While Tommy Lee Jones is best known for his work in film and television, his recent career has centered on a more noble pursuit: helping sell Boss canned coffee to Japanese audiences. Since 2006, Jones has regularly appeared in Boss’s advertisements, lending his perpetually unamused mug and Oscar-nominated acting chops to commercials telling people about a brand of coffee they might enjoy.
Well, now he’s back, ringing in the nation’s entrance to a new imperial era by looking back over the 30 years of now-abdicated Emperor Akihito’s Heisei era with one of the most bewildering entries to his Boss oeuvre to date.
It’s best to watch the clip without context first, allowing yourself to experience the unfiltered mystery of Jones moving from job to job—train conductor, karaoke bar manager, construction foreman, astronaut, sumo referee, several types of bizarre creatures—while weeping and holding cans of coffee. Why does he have these jobs? Is Jones’ character yet another victim of the gig economy, crying over his economic precarity? How do we explain the metallic ear cover that snaps into place in one scene ... or the superpowers he gains while delivering pizza, running marathons, or working as a demonic police officer?
Desperate to unravel the puzzle, freelance writer and AV Club contributor Emma Kidwell, provided translation notes and a link to a story from Sora News 24 that explains, somehow, the commercial’s premise. Basically, Boss has been running ads for more than a decade in which Jones plays an undercover alien sent to research humanity. The one above is a sort of greatest hits that pulls from prior spots and was specially created to honor the end of the Heisei era.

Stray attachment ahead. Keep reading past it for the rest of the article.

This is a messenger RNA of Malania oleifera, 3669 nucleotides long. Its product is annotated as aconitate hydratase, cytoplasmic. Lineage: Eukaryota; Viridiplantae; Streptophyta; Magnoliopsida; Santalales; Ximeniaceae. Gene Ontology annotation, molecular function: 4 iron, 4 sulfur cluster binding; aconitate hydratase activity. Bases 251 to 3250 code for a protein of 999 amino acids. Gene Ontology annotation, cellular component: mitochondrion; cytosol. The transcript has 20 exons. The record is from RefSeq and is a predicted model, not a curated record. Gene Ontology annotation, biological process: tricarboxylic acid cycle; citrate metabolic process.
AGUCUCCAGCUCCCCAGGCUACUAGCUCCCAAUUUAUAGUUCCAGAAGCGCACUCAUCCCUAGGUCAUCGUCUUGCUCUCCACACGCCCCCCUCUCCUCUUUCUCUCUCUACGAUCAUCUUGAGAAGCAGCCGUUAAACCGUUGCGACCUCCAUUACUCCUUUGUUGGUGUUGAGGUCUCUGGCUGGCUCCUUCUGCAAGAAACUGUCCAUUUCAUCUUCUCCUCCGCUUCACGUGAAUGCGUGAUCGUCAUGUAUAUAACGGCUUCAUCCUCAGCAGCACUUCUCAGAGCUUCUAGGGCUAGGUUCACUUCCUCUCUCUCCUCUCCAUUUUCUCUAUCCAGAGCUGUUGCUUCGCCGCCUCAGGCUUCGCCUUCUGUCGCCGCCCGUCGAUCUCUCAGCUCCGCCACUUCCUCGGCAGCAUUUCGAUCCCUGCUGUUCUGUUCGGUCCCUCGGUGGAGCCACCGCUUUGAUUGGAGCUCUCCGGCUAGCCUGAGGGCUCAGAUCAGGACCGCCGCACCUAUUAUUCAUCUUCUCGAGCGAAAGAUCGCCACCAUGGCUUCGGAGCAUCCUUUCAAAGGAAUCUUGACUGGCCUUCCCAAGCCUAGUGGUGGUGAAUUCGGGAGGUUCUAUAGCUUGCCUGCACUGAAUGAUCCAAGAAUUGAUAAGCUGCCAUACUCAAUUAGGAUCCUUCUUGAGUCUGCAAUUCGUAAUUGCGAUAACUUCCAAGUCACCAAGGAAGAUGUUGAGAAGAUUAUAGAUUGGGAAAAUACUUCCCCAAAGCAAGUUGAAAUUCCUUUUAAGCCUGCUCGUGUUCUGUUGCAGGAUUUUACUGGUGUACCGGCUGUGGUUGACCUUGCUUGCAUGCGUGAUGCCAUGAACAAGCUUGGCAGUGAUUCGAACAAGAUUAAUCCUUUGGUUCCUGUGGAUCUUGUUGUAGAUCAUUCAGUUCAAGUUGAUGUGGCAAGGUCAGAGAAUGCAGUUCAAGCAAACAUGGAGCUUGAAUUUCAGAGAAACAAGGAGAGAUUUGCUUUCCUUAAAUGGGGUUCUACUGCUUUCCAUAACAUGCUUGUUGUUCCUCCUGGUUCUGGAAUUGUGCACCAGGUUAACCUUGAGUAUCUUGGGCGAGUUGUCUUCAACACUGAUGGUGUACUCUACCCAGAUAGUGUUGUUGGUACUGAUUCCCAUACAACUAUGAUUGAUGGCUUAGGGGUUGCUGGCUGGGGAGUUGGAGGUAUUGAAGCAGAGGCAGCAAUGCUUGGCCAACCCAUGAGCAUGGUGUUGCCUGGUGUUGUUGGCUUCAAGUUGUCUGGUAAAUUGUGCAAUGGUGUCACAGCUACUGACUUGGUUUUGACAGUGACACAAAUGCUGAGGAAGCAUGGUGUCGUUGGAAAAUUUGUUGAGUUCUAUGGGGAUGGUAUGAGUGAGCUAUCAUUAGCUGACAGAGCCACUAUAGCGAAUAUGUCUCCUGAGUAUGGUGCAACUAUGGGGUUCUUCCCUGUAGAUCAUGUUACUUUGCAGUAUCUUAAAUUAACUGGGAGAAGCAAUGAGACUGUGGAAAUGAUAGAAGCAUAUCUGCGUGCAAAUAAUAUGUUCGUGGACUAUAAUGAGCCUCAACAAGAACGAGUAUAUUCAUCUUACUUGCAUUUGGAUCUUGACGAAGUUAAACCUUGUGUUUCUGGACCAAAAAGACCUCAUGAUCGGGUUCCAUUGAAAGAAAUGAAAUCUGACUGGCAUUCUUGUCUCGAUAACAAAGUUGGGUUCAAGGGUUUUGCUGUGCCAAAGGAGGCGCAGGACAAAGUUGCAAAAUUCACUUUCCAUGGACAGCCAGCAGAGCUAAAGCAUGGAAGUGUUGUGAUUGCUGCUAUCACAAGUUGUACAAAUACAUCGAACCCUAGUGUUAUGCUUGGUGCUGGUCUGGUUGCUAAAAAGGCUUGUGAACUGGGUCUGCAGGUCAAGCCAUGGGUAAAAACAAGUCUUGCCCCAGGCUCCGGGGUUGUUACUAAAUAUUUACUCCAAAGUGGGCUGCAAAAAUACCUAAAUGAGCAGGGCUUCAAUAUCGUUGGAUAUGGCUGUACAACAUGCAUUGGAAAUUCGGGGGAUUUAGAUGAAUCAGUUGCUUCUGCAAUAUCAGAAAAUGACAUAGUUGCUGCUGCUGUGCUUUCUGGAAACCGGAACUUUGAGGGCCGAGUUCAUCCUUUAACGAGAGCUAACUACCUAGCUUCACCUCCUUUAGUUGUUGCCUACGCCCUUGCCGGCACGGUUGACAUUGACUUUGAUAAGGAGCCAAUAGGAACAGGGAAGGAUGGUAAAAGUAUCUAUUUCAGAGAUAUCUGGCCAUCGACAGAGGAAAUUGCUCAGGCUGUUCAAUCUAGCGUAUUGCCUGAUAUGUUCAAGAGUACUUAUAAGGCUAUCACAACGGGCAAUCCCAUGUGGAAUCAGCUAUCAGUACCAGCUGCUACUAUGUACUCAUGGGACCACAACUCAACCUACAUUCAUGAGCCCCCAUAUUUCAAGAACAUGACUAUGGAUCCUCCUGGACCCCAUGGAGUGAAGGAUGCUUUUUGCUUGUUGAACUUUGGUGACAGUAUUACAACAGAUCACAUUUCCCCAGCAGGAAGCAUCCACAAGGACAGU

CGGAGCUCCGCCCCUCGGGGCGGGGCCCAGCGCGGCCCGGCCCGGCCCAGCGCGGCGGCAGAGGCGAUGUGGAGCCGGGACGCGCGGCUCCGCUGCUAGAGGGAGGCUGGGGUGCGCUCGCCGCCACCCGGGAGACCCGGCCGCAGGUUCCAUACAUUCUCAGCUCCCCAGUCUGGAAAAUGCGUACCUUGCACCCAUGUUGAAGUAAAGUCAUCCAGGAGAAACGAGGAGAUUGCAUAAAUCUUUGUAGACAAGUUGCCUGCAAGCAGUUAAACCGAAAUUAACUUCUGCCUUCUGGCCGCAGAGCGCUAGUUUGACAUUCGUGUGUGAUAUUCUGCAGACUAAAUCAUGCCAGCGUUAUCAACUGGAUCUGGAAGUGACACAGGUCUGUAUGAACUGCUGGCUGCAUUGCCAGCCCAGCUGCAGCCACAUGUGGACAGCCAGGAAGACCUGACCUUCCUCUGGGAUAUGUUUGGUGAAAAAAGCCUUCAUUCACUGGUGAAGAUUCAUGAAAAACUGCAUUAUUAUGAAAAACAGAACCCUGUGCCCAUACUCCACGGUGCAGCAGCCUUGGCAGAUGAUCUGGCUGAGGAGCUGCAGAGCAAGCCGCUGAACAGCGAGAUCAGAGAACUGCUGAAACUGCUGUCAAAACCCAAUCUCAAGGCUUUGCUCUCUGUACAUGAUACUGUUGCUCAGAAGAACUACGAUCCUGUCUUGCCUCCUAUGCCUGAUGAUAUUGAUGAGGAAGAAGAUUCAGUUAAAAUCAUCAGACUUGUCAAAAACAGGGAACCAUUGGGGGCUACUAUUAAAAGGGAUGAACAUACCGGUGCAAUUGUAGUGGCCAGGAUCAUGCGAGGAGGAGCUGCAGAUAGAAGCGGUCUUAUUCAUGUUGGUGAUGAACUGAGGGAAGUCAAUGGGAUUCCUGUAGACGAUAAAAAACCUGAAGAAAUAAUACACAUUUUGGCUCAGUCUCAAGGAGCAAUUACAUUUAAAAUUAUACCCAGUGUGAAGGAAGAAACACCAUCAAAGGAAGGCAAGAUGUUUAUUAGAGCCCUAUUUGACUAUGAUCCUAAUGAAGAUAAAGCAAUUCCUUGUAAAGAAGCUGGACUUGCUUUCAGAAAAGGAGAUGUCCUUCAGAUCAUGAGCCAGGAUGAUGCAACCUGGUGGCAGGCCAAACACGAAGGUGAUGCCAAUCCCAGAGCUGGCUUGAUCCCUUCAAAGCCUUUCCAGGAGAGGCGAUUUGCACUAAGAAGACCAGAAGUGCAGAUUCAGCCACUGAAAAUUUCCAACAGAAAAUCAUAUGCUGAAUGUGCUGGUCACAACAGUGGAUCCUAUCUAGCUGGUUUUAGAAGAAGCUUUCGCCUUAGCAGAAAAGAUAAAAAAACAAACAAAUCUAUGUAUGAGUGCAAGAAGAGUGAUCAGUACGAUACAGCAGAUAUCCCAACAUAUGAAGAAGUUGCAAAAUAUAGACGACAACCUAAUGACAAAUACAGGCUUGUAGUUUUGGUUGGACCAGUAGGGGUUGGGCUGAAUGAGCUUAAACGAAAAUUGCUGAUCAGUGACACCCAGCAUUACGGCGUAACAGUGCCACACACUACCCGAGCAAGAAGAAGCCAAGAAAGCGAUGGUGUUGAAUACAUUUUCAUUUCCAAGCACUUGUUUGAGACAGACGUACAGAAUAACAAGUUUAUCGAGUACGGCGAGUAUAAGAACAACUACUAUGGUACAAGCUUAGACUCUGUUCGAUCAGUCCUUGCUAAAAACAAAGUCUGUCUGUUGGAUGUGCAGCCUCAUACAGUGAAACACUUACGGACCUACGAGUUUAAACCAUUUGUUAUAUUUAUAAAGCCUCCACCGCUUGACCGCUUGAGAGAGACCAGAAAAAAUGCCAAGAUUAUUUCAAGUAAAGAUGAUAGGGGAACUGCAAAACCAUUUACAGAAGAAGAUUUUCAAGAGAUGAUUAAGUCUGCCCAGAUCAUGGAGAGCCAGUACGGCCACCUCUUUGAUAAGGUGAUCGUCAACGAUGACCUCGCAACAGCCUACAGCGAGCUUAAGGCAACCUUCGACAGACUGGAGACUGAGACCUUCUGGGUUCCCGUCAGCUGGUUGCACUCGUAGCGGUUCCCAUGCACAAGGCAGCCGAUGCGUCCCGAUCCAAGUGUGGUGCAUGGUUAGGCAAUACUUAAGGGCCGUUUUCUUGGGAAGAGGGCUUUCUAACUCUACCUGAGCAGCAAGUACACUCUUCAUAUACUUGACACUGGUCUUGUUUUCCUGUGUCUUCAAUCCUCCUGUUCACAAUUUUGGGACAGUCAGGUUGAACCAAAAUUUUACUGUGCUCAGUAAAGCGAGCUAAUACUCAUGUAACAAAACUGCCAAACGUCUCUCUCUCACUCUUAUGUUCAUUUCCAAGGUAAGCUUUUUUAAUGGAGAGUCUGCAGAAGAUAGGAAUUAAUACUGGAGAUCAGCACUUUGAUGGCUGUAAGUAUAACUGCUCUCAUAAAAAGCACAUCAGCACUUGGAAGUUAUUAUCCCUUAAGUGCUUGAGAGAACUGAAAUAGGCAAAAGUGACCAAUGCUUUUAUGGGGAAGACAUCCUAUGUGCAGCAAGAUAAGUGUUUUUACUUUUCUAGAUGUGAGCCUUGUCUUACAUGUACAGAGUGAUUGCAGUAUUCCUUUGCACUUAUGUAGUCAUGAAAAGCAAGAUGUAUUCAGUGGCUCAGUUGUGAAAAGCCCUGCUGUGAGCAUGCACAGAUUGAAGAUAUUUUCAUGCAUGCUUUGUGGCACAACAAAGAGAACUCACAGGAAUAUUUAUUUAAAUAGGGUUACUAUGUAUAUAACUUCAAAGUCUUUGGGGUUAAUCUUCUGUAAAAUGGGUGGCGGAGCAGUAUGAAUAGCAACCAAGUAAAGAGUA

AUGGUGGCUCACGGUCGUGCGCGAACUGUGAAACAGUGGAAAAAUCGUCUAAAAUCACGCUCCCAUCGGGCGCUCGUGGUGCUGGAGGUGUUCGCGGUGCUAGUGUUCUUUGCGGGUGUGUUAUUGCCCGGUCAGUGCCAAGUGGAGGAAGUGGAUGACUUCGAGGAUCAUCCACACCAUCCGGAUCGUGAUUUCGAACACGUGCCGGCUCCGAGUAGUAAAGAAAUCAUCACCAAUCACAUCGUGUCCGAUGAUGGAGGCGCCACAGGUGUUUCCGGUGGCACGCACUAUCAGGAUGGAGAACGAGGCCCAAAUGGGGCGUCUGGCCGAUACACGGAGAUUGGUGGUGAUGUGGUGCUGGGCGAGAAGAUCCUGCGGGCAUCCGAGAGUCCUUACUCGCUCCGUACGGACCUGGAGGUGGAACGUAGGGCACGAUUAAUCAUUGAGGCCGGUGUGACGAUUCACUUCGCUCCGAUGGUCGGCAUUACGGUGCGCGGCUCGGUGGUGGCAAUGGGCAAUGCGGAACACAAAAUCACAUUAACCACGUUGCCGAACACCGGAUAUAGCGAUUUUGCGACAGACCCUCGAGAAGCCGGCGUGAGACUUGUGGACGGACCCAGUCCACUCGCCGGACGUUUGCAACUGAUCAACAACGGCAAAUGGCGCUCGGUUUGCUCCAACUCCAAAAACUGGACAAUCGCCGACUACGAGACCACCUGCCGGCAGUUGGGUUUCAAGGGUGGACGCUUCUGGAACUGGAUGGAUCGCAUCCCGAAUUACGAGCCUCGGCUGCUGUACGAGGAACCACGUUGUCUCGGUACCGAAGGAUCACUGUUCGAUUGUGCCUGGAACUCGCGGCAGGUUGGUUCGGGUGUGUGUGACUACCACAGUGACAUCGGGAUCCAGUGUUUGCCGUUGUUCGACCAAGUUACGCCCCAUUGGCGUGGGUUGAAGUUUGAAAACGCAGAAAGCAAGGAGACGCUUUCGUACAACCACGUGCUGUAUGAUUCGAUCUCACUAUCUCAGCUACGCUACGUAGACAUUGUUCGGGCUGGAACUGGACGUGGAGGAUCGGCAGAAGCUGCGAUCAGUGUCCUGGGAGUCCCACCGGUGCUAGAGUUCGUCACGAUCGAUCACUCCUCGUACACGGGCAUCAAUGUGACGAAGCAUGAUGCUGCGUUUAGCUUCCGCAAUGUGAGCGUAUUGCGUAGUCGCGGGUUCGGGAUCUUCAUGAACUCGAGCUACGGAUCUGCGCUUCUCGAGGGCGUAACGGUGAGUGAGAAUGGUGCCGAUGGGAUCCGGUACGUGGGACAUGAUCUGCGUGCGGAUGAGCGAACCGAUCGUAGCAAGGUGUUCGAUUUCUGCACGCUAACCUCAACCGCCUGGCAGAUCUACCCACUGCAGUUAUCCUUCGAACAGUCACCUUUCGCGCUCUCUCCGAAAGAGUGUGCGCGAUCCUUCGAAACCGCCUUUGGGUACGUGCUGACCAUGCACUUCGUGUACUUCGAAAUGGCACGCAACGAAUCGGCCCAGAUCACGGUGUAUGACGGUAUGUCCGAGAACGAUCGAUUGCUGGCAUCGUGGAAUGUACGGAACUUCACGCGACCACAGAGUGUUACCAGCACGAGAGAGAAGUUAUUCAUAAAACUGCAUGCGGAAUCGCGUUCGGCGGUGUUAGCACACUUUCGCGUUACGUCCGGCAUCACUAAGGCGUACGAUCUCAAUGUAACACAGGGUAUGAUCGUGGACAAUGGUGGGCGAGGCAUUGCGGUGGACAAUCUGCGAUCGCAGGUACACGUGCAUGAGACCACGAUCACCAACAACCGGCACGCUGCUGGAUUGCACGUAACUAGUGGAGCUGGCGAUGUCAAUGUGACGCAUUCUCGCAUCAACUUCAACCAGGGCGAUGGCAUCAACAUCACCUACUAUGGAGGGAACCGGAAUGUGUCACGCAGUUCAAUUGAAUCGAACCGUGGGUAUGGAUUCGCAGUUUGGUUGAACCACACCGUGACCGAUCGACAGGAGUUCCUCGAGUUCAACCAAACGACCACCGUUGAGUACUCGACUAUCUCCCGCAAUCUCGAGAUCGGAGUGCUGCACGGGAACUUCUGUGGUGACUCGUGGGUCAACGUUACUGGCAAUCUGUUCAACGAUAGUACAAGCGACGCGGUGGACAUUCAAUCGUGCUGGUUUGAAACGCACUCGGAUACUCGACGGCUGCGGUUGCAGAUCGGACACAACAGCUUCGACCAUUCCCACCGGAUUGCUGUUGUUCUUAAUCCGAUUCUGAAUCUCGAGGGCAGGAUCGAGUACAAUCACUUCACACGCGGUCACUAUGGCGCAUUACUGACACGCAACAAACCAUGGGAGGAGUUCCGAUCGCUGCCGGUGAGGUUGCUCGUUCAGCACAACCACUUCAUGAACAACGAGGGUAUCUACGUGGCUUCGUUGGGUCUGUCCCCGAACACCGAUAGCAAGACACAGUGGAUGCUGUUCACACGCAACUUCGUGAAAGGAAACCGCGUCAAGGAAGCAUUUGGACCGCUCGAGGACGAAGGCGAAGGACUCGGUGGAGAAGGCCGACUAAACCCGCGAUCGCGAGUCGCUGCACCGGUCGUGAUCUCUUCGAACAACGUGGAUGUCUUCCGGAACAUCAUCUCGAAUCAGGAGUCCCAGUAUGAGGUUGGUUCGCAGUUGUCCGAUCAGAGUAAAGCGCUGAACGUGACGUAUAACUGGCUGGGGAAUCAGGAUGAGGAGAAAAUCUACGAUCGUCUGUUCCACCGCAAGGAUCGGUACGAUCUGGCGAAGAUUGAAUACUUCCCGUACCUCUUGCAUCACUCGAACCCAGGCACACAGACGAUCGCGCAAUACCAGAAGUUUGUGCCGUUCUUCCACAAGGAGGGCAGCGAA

Only airing last night—the last day of Akihito’s reign—the ad is meant to be a nostalgia piece tied together by memories of older commercials tracking, as the Sora News article puts it, “the social quirks and achievements seen by Alien Jones on this planet during the Heisei period.” Y’know, basic coffee advertisement stuff.
Though these explanations do a bit to demystify Jones’ exceptional work, they do highlight how unimaginative and joyless North American ad campaigns are in comparison. Why don’t we get famous actors with CGI superpowers silently crying over memories of the past when Starbucks rolls out limited time holiday coffee?
No wonder Jones has remained loyal to Boss for so long. Actors need to be challenged to stay fulfilled and our advertisers are failing them by not providing roles as compelling as “deeply emotional coffee alien.”
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